Reflections: Memories of mother and father
Transcripts of interviews with Douglas
[singlepic id=104 w=427 h=638 float=none]Pearl and Roy Fisher; late 1940s.
My Dad, Roy Walden Fisher, was born October 5, 1886, I think at Grand Valley, Ontario, northwest of Guelph. When he was three, his mother, Hannah Davidson, died horribly in a house fire; she had gone back into the blazing structure once too often to retrieve possessions. His father, George S. Fisher, was a farm and bush worker who later in life became a policeman in (Palmerston?). After Hannah’s death, George Fisher married Cathern Holborn, who became a very hard stepmother to my father.
Until he was old enough to go to school, my father lived with his paternal grandmother – the aforementioned Delaware Indian lady. So far as I have know anything about her, she was a small, dark and quick-minded woman whom my Dad loved dearly, an affection that he never developed for his stepmother – who, after marrying Dad’s father, went on to have seven children of her own. She was never described by Dad as a ‘wicked stepmother’ but it was plain from what I overheard that she was very strict with him and worked him beyond his years and strength. That said, he always got along well with his step-siblings, who were all younger.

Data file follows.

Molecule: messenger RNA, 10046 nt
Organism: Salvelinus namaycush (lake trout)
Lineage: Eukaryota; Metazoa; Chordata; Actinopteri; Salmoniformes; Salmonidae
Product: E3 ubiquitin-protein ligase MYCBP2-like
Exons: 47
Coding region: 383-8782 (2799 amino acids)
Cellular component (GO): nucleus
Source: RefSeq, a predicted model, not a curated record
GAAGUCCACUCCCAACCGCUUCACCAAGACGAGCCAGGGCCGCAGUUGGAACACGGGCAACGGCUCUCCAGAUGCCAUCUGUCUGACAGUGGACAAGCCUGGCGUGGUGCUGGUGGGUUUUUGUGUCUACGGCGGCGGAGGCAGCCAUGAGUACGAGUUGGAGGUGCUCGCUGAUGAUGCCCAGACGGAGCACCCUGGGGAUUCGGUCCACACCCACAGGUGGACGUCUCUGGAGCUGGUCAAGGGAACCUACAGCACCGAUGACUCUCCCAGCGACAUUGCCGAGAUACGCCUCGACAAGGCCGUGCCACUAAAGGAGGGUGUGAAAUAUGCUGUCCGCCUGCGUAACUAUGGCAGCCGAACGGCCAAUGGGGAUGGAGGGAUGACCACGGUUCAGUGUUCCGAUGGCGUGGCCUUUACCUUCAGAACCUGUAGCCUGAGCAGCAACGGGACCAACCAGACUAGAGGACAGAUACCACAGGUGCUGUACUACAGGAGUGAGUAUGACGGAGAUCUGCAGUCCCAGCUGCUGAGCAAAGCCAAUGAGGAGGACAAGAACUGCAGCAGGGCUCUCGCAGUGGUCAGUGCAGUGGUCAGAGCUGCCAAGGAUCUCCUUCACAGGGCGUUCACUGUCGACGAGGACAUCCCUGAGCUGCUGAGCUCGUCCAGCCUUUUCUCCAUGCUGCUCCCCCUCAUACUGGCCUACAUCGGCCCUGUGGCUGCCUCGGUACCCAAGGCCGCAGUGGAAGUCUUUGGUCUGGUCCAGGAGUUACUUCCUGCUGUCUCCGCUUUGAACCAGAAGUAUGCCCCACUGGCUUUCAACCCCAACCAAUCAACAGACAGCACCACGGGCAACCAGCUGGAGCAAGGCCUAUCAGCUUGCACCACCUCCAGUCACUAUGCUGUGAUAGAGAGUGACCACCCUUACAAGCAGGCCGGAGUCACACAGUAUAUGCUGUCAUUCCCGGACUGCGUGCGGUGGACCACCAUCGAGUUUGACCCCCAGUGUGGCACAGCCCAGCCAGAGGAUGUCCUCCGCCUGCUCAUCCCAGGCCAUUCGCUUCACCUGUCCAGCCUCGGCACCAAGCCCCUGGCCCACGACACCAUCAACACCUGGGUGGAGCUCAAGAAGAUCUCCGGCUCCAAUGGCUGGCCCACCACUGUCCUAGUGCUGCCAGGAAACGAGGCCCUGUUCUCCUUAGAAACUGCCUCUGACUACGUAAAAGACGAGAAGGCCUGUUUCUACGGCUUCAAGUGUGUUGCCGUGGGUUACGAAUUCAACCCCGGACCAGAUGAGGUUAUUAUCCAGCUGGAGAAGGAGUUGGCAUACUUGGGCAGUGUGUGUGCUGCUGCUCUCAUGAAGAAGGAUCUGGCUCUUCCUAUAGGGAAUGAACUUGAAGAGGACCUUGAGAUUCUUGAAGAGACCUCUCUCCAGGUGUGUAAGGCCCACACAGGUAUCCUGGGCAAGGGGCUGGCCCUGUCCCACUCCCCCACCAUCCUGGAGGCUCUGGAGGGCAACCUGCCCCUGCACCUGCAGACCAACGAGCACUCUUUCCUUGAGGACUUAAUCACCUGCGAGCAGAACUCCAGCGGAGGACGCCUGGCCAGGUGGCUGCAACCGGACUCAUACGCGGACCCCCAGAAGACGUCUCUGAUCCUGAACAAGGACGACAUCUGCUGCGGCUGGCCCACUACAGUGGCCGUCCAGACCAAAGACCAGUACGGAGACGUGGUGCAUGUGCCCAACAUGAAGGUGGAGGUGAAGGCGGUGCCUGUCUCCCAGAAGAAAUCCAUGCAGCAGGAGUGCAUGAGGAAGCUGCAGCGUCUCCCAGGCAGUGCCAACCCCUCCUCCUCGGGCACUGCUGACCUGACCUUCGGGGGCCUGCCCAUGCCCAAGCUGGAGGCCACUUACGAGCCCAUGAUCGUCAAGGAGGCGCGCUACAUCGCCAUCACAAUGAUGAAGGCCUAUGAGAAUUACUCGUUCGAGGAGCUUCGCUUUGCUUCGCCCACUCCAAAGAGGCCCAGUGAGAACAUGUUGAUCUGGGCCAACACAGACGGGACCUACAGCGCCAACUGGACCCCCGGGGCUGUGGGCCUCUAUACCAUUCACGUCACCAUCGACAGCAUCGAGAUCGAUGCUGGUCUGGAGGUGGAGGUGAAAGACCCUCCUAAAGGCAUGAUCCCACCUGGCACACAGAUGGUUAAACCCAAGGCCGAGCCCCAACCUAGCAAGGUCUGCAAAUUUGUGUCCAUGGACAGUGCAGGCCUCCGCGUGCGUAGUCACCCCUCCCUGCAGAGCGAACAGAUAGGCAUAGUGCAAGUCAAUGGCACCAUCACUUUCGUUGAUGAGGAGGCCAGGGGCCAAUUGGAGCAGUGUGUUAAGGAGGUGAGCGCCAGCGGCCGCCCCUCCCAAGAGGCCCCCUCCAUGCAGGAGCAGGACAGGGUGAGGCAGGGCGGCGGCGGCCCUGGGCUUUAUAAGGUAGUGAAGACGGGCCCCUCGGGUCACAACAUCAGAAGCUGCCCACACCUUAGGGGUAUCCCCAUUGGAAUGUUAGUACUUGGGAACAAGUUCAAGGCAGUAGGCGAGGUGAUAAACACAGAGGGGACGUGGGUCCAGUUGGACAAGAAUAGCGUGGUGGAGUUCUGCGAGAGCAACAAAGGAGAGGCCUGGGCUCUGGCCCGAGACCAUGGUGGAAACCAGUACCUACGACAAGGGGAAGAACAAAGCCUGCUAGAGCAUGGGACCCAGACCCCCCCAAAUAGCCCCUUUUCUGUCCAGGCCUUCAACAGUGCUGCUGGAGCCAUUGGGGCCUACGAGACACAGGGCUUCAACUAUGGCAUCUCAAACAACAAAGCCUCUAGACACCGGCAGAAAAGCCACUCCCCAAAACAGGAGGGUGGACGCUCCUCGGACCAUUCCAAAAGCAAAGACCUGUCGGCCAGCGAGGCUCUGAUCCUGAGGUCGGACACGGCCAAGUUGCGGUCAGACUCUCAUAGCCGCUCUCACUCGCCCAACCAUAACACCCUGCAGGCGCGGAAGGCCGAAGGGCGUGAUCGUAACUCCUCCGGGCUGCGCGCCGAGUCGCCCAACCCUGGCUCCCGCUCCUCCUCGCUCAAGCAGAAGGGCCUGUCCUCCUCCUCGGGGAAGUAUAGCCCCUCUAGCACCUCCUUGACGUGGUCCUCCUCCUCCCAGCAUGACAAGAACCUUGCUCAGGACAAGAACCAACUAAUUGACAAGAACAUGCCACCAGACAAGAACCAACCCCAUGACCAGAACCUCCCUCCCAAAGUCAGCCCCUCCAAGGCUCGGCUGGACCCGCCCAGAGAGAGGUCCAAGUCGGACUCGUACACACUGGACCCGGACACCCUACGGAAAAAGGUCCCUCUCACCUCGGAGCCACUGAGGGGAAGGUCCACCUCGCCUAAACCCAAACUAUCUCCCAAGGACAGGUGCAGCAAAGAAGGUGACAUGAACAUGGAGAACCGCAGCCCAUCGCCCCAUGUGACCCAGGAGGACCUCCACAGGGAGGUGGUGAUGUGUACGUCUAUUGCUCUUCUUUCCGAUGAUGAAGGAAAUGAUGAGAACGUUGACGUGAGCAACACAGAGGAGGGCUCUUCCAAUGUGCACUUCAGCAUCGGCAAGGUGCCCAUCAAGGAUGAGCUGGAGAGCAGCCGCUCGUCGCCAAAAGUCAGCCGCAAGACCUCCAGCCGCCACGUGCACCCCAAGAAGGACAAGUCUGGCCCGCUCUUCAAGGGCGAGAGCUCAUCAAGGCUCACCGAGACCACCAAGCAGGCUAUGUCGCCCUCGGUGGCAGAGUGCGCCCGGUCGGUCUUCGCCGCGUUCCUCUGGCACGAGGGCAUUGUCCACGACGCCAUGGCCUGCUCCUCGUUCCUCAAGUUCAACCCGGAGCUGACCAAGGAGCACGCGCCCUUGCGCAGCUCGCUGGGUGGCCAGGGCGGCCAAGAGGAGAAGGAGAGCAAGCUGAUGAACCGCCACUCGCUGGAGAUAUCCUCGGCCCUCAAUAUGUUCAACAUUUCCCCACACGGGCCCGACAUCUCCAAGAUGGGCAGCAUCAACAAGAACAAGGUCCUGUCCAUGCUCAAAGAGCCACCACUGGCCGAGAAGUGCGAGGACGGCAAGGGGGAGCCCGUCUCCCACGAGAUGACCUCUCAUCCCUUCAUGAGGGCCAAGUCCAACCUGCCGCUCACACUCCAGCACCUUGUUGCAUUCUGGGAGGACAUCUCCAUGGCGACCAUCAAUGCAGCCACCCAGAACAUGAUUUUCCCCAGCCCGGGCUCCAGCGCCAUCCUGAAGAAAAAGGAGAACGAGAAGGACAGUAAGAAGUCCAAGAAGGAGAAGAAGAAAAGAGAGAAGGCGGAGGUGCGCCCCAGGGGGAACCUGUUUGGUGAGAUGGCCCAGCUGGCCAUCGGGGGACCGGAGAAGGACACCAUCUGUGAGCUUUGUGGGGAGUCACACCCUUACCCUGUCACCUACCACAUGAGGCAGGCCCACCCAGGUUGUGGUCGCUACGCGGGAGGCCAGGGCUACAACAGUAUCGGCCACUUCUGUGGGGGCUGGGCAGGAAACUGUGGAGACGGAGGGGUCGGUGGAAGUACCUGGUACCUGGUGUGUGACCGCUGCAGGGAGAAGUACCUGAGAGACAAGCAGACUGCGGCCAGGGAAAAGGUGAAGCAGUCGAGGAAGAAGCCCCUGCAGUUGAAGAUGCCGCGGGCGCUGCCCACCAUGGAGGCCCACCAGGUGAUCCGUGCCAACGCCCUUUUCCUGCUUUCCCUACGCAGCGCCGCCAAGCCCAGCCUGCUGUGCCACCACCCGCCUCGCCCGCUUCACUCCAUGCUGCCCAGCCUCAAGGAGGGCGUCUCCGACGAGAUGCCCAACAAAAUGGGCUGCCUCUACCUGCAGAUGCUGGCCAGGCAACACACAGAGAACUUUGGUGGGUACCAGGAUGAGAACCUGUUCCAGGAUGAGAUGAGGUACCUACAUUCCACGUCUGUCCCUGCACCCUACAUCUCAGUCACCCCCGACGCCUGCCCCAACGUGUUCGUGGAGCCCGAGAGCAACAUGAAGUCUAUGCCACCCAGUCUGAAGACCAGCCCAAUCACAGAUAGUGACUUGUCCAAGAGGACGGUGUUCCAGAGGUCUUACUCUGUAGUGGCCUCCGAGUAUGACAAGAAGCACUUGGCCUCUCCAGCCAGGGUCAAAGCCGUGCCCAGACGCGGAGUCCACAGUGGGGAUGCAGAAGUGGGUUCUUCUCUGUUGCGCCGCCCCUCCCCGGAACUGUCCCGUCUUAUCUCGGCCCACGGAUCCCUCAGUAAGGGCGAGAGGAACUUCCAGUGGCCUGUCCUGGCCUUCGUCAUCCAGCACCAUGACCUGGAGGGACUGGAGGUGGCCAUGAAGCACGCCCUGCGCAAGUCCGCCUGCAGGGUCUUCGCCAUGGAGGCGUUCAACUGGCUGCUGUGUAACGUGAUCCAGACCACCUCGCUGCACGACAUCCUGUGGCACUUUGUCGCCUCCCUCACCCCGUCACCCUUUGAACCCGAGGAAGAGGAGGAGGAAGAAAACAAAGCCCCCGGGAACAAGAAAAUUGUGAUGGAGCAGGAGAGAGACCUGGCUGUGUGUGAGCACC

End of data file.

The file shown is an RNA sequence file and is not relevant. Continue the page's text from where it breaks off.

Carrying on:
When he was coming on 14 years old, he left home to get a job working as a ‘wiper’, the lowest job on the railway, keeping coal fired locomotives clean. So far as I know, he hired on at Palmerston, a divisional point of the Grand Trunk Railway, the first major railway in Ontario. That served as his apprenticeship to becoming first a fireman, then an engineer.
The romance of the railroad struck Dad early. He told me once that he saw his first steam engine up close and puffing at a station in Palmerston when he was a very small boy. All he wanted to do after that was become one of the men who ran the big black beasts – and he eventually did – as an engineer on the Canadian National Railway. From the age of 14 he was committed to becoming a railroader.
In his later teens he wound up in the American west and mid west, working as a ‘boomer’ (an itinerant young man who traveled to find work on railways) on the grain trade. Southern BC, Montana, and Kansas were some of the places he worked. He spent winters back home in Ontario. That’s how he got into Northern Ontario, sometime between 1905 and 1910. For some time he worked for the CPR out of The Lakehead, and as I remember him telling me, he was fired from the CPR for throwing a lantern at the window of a train being pulled by a ‘scab’ (non-union) engineer. One reason he was a devoted fan of Mackenzie King, and was a Liberal for life, was because King, as a labor specialist with Laurier’s government, had defended the CPR’s strikers in 1911. Dad got a job on the Grand Trunk Pacific at The Lakehead as a fireman for the building of a line from The Lakehead up to Sioux Lookout, 200 miles to the northwest, which enabled the new national railway to route grain cars from the Prairies to The Lakehead in competition with the long-established CPR route which heretofore had dominated the delivery of western grain to eastern Canada.
[singlepic id=100 w=600 h=600float=none]Roy Fisher, engineer.